MORE FUN THAN A BARREL OF ACCOUNTANTS
Base price: $24,130 As tested: $27,945
They said they were giving me a Ram to test; I anticipated a mighty-mighty manly pickup. What was delivered was a panel truck slightly reminiscent of the short bus I took to school when I was a (hyperactive) kid.
“Why am I in this thing?” I kept asking myself as I rolled around town with no children to pick up or drop off, no construction job to stop at Home Depot for and no band to tour with. Eventually, it became “what I’m driving.”
Might as well call it what it is, folks. It’s not that much fun to drive, and believe me, I tried. But when you ask it to giddyap, you’re just as likely to get a “huh?” from the engine before the ride makes up its mind which of its 9 gears it really wants to choose, and once it does, it complains, loudly. “Ok, ok,” I said at one point, patting its dashboard. “No more steep hills.” You can’t see much of what’s behind you, its nav screen is dinky and the sliding doors are difficult to open and close.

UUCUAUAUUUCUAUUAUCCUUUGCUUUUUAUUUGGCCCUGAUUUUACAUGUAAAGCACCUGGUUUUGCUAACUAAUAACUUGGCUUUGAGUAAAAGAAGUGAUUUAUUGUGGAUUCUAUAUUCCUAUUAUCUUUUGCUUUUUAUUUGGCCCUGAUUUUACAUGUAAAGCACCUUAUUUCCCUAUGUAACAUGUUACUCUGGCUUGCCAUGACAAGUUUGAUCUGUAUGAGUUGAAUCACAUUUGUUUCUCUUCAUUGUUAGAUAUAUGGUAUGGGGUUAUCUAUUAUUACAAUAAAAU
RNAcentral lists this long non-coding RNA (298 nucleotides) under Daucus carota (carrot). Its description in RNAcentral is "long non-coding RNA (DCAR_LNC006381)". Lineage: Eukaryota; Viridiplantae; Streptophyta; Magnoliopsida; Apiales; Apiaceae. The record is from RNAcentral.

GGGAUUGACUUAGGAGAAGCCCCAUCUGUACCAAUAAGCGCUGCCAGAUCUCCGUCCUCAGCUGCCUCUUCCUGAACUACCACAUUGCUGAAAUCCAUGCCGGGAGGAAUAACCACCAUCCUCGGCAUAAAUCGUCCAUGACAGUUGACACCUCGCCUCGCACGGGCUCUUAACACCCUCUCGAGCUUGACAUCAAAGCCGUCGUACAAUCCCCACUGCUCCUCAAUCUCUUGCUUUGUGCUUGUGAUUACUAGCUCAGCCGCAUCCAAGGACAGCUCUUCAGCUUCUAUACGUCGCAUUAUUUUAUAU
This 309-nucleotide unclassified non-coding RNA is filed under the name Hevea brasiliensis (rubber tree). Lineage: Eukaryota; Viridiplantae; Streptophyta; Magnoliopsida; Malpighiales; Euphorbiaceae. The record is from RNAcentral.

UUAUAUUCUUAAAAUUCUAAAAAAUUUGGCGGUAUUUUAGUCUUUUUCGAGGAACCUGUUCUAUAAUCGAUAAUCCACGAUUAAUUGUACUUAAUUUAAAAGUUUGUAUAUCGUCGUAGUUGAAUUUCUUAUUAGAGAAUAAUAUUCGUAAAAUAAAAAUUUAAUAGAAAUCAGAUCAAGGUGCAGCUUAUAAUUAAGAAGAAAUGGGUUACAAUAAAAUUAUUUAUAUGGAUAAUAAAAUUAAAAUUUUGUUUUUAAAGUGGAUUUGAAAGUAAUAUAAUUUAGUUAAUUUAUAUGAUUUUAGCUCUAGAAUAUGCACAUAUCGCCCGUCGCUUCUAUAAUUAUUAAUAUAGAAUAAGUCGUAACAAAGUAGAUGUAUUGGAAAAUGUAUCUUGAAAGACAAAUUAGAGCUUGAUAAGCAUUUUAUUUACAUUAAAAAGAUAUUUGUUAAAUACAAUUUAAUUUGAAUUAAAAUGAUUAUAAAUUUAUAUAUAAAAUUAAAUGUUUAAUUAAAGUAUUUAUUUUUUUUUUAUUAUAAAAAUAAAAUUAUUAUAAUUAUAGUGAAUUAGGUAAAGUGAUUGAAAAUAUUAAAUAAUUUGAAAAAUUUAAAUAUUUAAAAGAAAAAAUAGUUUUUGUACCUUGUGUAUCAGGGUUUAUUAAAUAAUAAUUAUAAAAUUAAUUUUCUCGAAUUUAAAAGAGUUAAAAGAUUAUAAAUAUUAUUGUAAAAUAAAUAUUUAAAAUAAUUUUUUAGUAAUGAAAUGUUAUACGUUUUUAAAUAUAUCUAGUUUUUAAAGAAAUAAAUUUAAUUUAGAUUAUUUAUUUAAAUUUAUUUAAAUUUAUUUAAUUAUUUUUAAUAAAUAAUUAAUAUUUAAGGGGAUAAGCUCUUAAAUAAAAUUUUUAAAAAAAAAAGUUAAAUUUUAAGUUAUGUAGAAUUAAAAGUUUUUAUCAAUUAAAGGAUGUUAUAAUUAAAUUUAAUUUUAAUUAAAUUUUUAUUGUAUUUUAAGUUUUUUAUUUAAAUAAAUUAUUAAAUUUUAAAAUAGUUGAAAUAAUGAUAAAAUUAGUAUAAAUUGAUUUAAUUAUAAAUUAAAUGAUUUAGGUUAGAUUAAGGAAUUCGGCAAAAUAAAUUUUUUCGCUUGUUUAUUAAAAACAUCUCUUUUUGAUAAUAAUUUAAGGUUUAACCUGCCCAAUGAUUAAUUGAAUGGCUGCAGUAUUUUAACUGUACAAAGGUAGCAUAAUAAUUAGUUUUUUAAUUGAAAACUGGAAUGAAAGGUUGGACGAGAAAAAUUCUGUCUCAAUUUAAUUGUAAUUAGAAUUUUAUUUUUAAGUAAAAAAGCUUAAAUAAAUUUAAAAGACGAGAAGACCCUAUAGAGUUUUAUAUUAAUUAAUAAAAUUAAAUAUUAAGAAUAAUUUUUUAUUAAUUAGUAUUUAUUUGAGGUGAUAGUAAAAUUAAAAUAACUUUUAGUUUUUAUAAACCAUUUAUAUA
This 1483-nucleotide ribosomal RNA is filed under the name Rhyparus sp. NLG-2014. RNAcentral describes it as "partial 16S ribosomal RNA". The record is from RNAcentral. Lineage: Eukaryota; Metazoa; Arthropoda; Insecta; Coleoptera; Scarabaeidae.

On the plus side, a relatively long wheelbase of 122.4 inches gives you an even, smooth ride. It’s also not horrible-looking and easy to find in parking lots. It can carry almost a ton of cargo, tow about 2,000 pounds and it’s powered by a four-cylinder, 2.4 litre “Tigershark” engine making 178 horsepower at 6,400 RPM, with front-wheel drive. It gets somewhere between a not-bad 24 and 29 miles to the gallon. Its independent rear suspension makes it (a little) graceful.
It’s only got two rows of seating so you can’t buy it and use it as a taxi, if that’s your racket, unless whoever you’re picking up at the airport is a party of 3-4 or less. The dashboard design is festooned with plastique and its design is “straight to rental.”
Ok – we’ve pummeled the Promaster enough. Let us not lose sight of the miracle of engineering each internal combustion vehicle is; in 50 years or less, this ride may be in a museum. In fact, they should park it there now.